Using Punctuation in Task 1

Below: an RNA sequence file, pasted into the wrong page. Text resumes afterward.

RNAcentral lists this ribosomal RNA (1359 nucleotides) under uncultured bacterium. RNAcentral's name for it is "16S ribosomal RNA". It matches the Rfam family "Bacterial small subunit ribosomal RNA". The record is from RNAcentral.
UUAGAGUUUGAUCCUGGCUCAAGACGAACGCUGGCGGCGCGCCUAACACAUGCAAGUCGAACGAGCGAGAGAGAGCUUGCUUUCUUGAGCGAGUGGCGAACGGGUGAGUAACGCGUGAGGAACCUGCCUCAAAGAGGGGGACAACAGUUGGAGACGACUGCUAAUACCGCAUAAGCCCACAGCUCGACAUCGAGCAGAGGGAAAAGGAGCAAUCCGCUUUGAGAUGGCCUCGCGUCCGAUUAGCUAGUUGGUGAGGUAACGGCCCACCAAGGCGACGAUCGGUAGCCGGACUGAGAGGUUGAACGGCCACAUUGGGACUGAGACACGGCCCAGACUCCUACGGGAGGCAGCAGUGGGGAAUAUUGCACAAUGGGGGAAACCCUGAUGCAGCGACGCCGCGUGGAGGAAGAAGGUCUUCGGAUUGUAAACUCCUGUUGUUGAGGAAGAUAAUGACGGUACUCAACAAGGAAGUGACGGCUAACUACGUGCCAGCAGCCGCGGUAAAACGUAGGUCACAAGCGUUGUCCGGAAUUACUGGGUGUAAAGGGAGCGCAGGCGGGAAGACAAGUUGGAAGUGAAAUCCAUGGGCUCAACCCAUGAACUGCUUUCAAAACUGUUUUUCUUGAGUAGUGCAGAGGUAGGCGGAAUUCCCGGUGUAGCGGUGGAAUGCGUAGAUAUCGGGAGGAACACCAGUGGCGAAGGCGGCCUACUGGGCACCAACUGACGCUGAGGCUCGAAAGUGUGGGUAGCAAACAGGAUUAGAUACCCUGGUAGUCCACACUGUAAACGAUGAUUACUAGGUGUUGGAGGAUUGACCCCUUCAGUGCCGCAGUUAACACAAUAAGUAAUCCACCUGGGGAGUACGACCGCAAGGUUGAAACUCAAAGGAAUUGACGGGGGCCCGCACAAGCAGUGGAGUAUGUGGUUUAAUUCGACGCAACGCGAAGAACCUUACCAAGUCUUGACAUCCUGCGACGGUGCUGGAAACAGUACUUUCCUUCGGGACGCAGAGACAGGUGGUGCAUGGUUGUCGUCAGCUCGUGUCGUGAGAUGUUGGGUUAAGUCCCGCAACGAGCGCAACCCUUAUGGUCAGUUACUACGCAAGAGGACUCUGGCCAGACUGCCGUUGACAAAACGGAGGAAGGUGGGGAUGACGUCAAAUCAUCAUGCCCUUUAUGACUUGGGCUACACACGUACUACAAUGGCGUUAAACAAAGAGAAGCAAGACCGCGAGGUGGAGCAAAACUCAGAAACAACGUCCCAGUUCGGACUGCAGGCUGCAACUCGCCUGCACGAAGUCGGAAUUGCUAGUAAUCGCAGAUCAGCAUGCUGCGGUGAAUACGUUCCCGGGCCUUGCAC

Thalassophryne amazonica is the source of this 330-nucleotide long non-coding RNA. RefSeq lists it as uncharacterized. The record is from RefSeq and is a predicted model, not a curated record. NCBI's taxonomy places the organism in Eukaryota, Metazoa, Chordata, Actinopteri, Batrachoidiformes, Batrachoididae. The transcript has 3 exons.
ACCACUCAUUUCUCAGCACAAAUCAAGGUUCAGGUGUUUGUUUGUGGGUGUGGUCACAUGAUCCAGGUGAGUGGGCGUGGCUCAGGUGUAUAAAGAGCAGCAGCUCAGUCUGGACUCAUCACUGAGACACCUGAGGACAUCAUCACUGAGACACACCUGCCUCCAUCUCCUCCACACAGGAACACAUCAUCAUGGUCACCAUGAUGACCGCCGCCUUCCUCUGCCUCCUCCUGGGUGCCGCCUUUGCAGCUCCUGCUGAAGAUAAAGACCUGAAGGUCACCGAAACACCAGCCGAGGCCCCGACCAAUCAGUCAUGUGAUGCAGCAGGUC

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In this lecture we’re going to look at punctuation as punctuation accurate punctuation is an important element of scoring a band seven indie band descriptors. So have a look particularly at three common tasks one errors related to punctuation and how we can resolve and avoid these errors. So the first error that I want to look at is with capital letters. This is one of the most common areas that I see and task on responses. Have a look at the graph on the right here. We’ve seen it before. So in the graph we can see that all the categories are capitalized running basketball swimming football soccer. These are all capitalized. However does that mean that we should capitalize these categories in the response. No it does not mean that we should capitalize the categories when writing our response. The figures of four football with a capital F fluctuate between. This is wrong. We should not use this. It should be a little F for football just as it would be as a regular noun. Now if we’re discussing categories with what are called proper nouns like cities or countries or dates like months or day of the day of the week. Names geographical landmarks then the capitalization rule still applies. If you would use the capital letter to begin that noun anyway then do so in your response. So here you can see we have the UK and Australia and we have the months proper nouns countries and proper nouns in the month as well. So as usual we will continue to capitalize these countries including adjectives. Australia bought almost 2500 AC units in April whereas the British only bought 500 so we would capitalize these if we were writing anyway and we will capitalize them in their response but do not assume that just because something has a capital letter in the chart that means that we should write in our response. Now the second area that I want to focus on is missing commas. These are very very common in Task responses. Have a look at this chart on the left the stacked bar chart that we’ve looked up for. Now look at the sentences that are about to come up on your screen and see if you can identify the comma mistakes. It might help if I read them as well. Overall the majority of students are aged between 18 and 43 whereas older students make up the minority history which is the most equal distribution of students the tracks around 80 18 to 30 year olds. There are almost as many 31 to 43 year old to take literature as 18 to 30 year olds with figures of 110 and 90 respectively. So where are the missing commas here. See if you can work that out. And then you can press play to find out if you are right. OK have a look. Now this time I’m going to read the sentences again and I’m going to pause where the commas are to show how much more natural and fluid that sounds when we use commas because really we use commas as like a mental pause of course we’re not saying these things out loud but we can take a mental pause in our head when they come up just as we would when we’re speaking and we give an audible pause. So overall the majority of students are aged between 18 and 43 whereas older students make up the minority group to come as in their history which sees the most equal distribution of students at tracks who are around 80 18 to 30 year olds. And finally there are almost as many 31 to 43 year old to take literature as 18 to 30 year olds with figures of 110 and 90 respectively. Now each of these commers is being used for a different purpose. They might use be using a cohesive device like overrule they might be used for a complex sentence like before whereas we might be using them as a non defining relative clause like in the second example that each of them is very very important and should be included in order to make sure we are addressing the requirement for accurate punctuation the final error. I want to think about is apostrophe’s is a quite commonly confused as well. So this is most frequent when discussing places such as cities or countries. Have a look at this chart on the right hand side here we’re looking at fruit imports in 2011 in four different countries looking at four different kinds of fruit with an other category in there as well. So here is an example of an accurate sentence without any apostrophe’s imports of apples in Denmark amounted to around 55000 kilograms. Three times as many as in Sweden. There’s no need for any apostrophe’s in here. Everything works fine. But look at the second sentence here. This one does use apostrophe’s uses them appropriately. In 2011 Denmarks figure for imported apples was 55000 kilograms around three times higher than that of Swedens. Now this is fine. Again this is absolutely fine. So the issues here arise when either the apostrophe is missing when it should be there or an apostrophe is used when it is unnecessary when it should not be used. So have a look at this the figures for both of Iceland’s onno ways were both 30000 kilograms in 2011 that is a typical mistake that you might see. So the figures for both Iceland and Norway. And what about when apostrophe’s are missing or here. This is an example Iceland and Norway banana imports amounted to 30000 kilograms each. No these should be looked at possessively Iceland’s. And Norway’s banana imports amounted to thirty thousand kilograms each. So in summary do be careful around those three particular punctuation features capital letters commas and apostrophes.

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